At the outset of the stop, Ruiz gave answers which increased rather than allayed the officers' suspicions. Ruiz claimed to be parked in the driveway because he was interested in renting the house, but, as the district court noted, his “backing out of that driveway [after] the police car passed him ․ is inconsistent with looking at a house he might want to rent.” Also suspicious was Ruiz's claim that he was at the mall to visit a furniture store, when he did not park within view of any furniture store and, unbeknownst to Ruiz, the officers had witnessed Ruiz meet with the subject of their narcotics investigation in the parking lot. The officers' suspicions were increased further by Ruiz's Texas driver's license, combined with his car being registered in Wisconsin and containing no personal items. In short, the first few minutes of the stop only served to increase the officers' reasonable suspicion that Ruiz was operating a trap car, and this justified further investigation by the officers. See United States v. Robinson, 30 F.3d 774, 784 (7th Cir.1994) (holding that further investigation was justified based in part upon a defend-ant's misleading answers at the outset of a Terry stop).
The remainder of the time in the driveway was devoted to Tapia's search of Ruiz's car and the officers' attempt to summon a canine unit for assistance. The district court found that Ruiz voluntarily consented to the search of his car. This finding is not challenged by Ruiz,4 and the finding was not clearly erroneous. In the words of the district court, Ruiz's voluntary consent to the search was “consistent with the entire modus operandi ․ of the officers ․ mak[ing] this defendant feel as comfortable as possible while they were talking to him.”
We have previously held that “the relevant focus in determining whether the seizure [in the form of a traffic stop] was reasonable in duration is the time between its initiation and the [defendant's] consent [to search the vehicle].” United States v. Taylor, 596 F.3d 373, 376 (7th Cir.2010); see United States v. Muriel, 418 F.3d 720, 725 (7th Cir.2005) (“The ․ appropriate focus ․ is the time that elapsed between the initial stop and [the defendant]'s consent to search; consent renders a search reasonable under the Fourth Amendment unless given involuntarily․”). The officers detained Ruiz for less than 20 minutes prior to obtaining his consent to search the car, which is a reasonable duration, given that there is nothing in the record to suggest that the officers acted less than diligently. See Bullock, 632 F.3d at 1015 (holding that 30–40 minute detention while police executed search warrant was reasonable when there was no indication the officers unnecessarily prolonged the search).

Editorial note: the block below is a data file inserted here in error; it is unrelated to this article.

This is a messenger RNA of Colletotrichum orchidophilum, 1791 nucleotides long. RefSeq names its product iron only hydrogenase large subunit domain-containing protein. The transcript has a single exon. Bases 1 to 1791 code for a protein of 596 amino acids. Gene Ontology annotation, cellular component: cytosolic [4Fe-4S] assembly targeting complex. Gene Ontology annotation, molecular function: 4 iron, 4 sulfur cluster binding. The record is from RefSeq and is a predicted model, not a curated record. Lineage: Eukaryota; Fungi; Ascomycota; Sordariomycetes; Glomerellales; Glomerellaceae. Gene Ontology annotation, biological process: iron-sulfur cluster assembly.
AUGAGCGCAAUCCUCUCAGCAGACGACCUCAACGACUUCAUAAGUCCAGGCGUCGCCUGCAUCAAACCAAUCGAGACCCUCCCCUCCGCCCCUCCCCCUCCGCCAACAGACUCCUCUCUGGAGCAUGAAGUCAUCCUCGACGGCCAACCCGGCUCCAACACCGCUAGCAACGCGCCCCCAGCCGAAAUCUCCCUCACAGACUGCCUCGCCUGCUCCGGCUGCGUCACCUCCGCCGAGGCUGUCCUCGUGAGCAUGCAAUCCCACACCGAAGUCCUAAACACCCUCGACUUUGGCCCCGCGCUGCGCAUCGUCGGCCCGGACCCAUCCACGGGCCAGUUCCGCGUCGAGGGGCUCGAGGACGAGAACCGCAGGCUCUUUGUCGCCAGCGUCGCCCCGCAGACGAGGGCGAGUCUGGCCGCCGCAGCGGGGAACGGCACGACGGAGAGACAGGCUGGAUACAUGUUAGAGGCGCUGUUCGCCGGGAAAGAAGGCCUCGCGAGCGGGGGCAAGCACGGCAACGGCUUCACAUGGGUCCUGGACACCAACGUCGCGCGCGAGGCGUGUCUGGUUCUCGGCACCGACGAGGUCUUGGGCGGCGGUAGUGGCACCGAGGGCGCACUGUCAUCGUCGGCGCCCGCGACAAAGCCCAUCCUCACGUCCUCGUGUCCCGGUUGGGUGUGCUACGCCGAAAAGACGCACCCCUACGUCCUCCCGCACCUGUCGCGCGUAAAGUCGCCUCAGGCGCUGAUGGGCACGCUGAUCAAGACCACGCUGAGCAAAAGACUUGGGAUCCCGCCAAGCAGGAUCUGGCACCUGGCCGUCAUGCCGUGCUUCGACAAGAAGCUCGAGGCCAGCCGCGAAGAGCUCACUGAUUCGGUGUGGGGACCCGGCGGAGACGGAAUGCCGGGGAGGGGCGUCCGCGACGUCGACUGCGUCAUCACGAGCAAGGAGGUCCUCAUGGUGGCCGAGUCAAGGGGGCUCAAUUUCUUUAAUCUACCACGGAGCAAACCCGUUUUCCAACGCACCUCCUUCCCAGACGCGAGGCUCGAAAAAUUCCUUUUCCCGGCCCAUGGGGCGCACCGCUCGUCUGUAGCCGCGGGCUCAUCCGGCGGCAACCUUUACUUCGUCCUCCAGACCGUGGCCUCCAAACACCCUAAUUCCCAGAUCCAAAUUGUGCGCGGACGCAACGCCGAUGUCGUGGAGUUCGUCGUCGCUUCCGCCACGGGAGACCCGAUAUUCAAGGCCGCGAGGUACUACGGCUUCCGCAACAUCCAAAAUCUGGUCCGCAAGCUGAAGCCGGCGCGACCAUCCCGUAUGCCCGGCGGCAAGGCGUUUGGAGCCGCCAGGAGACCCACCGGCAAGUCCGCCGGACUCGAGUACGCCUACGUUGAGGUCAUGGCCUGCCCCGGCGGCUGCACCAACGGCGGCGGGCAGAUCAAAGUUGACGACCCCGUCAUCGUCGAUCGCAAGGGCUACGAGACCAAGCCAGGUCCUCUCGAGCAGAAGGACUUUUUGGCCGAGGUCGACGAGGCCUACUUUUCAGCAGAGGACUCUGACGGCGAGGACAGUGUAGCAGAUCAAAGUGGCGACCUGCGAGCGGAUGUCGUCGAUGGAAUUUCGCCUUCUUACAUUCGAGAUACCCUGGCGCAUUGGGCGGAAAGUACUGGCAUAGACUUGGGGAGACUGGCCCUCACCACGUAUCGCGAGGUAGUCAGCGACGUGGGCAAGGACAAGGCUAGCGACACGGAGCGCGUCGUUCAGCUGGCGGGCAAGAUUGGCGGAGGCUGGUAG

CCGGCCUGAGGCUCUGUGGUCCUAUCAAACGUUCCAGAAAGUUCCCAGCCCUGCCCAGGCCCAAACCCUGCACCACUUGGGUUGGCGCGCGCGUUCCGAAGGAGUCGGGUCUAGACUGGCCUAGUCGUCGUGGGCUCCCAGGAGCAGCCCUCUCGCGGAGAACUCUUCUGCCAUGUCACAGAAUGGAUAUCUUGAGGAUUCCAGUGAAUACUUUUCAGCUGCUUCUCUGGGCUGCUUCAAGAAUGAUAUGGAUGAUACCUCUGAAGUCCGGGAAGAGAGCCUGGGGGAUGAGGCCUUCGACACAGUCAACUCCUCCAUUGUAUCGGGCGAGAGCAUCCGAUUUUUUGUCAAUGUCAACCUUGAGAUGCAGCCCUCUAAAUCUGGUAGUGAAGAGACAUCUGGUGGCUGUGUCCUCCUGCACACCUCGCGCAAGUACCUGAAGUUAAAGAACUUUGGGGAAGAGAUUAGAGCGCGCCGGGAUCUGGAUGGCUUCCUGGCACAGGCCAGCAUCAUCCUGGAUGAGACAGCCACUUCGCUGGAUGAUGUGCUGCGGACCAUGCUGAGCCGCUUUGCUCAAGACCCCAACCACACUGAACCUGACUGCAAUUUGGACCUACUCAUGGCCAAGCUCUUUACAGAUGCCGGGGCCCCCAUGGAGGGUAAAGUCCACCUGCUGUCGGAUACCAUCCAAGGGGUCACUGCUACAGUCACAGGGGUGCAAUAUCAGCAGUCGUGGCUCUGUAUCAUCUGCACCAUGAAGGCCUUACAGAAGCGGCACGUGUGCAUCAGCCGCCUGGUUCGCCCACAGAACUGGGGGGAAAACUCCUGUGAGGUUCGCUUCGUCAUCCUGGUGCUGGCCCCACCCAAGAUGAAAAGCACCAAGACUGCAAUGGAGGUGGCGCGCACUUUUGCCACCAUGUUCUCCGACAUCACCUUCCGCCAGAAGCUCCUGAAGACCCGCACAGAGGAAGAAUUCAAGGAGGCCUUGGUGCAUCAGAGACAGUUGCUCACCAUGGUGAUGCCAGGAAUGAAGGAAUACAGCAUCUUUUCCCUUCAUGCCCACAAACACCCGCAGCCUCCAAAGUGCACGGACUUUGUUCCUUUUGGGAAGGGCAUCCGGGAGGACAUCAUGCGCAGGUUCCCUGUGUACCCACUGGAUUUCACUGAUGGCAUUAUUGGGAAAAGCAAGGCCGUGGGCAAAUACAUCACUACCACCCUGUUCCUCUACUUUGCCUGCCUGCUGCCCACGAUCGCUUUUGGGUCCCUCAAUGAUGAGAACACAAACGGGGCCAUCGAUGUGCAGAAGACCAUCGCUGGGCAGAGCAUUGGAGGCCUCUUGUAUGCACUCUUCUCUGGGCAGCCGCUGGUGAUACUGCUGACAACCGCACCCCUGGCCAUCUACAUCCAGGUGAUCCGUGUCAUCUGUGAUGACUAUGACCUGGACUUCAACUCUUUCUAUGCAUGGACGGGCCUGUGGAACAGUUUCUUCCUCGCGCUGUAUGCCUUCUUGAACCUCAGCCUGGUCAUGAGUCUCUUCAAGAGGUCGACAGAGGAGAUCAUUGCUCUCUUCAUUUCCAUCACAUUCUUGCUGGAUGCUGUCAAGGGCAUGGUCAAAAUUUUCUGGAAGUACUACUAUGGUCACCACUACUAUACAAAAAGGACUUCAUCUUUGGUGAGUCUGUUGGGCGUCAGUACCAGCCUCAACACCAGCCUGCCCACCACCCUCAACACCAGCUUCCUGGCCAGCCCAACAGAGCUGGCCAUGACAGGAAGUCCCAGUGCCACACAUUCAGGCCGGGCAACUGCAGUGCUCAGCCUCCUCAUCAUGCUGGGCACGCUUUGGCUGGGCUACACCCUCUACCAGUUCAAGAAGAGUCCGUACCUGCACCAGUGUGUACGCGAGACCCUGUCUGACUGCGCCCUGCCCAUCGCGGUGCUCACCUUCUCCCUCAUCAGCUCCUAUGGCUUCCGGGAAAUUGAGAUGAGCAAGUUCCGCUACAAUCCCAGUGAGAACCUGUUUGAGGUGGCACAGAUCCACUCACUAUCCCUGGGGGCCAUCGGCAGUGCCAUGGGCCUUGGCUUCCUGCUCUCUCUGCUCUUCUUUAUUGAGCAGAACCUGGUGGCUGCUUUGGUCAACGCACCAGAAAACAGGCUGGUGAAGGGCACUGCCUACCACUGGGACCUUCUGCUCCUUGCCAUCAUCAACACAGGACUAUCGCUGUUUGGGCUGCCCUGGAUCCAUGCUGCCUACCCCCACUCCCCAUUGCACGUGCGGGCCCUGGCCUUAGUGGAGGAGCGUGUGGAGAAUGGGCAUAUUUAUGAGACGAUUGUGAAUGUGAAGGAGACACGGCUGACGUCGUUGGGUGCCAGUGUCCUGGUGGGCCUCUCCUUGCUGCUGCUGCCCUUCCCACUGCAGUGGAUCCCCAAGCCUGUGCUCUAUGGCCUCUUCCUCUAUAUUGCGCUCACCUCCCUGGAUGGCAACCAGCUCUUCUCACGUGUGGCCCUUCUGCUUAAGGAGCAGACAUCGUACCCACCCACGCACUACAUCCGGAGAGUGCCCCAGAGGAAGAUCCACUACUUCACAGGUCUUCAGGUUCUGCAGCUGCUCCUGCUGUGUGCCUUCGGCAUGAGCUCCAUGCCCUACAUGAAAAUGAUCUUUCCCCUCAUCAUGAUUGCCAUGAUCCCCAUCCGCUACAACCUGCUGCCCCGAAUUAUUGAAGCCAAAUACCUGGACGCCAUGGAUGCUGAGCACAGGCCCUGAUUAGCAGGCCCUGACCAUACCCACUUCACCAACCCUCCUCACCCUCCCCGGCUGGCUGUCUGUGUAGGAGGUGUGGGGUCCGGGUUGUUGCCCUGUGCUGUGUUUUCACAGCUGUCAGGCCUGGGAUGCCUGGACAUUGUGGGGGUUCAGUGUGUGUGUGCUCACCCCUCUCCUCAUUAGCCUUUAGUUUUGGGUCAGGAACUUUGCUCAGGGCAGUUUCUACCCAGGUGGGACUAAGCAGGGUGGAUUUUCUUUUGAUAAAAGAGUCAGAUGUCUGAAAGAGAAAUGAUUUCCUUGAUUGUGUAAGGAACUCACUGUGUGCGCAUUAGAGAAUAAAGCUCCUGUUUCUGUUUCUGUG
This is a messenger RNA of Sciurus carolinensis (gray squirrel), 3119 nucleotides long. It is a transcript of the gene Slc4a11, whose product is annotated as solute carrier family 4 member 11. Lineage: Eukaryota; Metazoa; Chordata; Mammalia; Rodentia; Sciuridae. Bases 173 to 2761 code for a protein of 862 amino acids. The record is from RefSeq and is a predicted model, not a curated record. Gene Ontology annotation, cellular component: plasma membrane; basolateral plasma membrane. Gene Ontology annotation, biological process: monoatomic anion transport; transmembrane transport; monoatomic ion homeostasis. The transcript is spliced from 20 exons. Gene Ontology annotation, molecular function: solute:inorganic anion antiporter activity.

Tapia's ten-minute search of Ruiz's car came up empty, which is not surprising given that traps are designed to elude an officer making a quick search. Accordingly, it was reasonable for the officers to attempt to arrange for a dog sniff of the car. Upon learning that a mobile canine unit was not readily available, Tapia asked Ruiz if he would drive to the nearby Waukegan police station. Tapia was a member of the Waukegan Police Department, not the Gurnee police force. It was reasonable for Tapia to believe that he could arrange for a canine unit quicker while at his home station than at a residential driveway in the neighboring town of Gurnee. Had Ruiz refused the request to go to the station, we would be presented with a different case. But Ruiz consented to go (whether his consent was voluntary is an issue we will address below). His consent to the initial search and to go to the station, as well as the diligence of the officers, made the otherwise lengthy encounter—30 minutes in the driveway, 15 minutes to drive to the station, and 10–15 minutes at the station—fall within the bounds of what is acceptable for a Terry stop. See Vega, 72 F.3d at 515–16. We find that the officers' investigative detention of Ruiz lasted “no longer than [was] necessary to effectuate the purpose of the stop,” and the investigative methods employed by the officers were “the least intrusive means reasonably available to verify or dispel the officer's suspicion in a short period of time.” Royer, 460 U.S. at 500.
Ruiz next contends that his encounter with the officers was custodial, requiring the suppression of all statements he made prior to receiving Miranda warnings at the station. Law enforcement officers must advise suspects of their constitutional right to remain silent and to have counsel present before subjecting them to custodial interrogation. See Miranda v. Arizona, 384 U.S. 436, 471–72 (1966). To determine whether an interrogation was custodial, we ask whether, “given the totality of the circumstances, a reasonable person would have felt at liberty to terminate the interrogation and leave.” United States v. Littledale, 652 F.3d 698, 701 (7th Cir.2011) (citing Yarborough v. Alvarado, 541 U.S. 652, 662 (2004)). This “inquiry is objective, and relevant factors include whether the encounter occurred in a public place; whether the [individual] consented to speak with the officers; whether the officers informed the individual that he was not under arrest and was free to leave; whether the individual was moved to another area; whether there was a threatening presence of several officers and a display of weapons or physical force; and whether the officers' tone of voice was such that their requests were likely to be obeyed.” Id.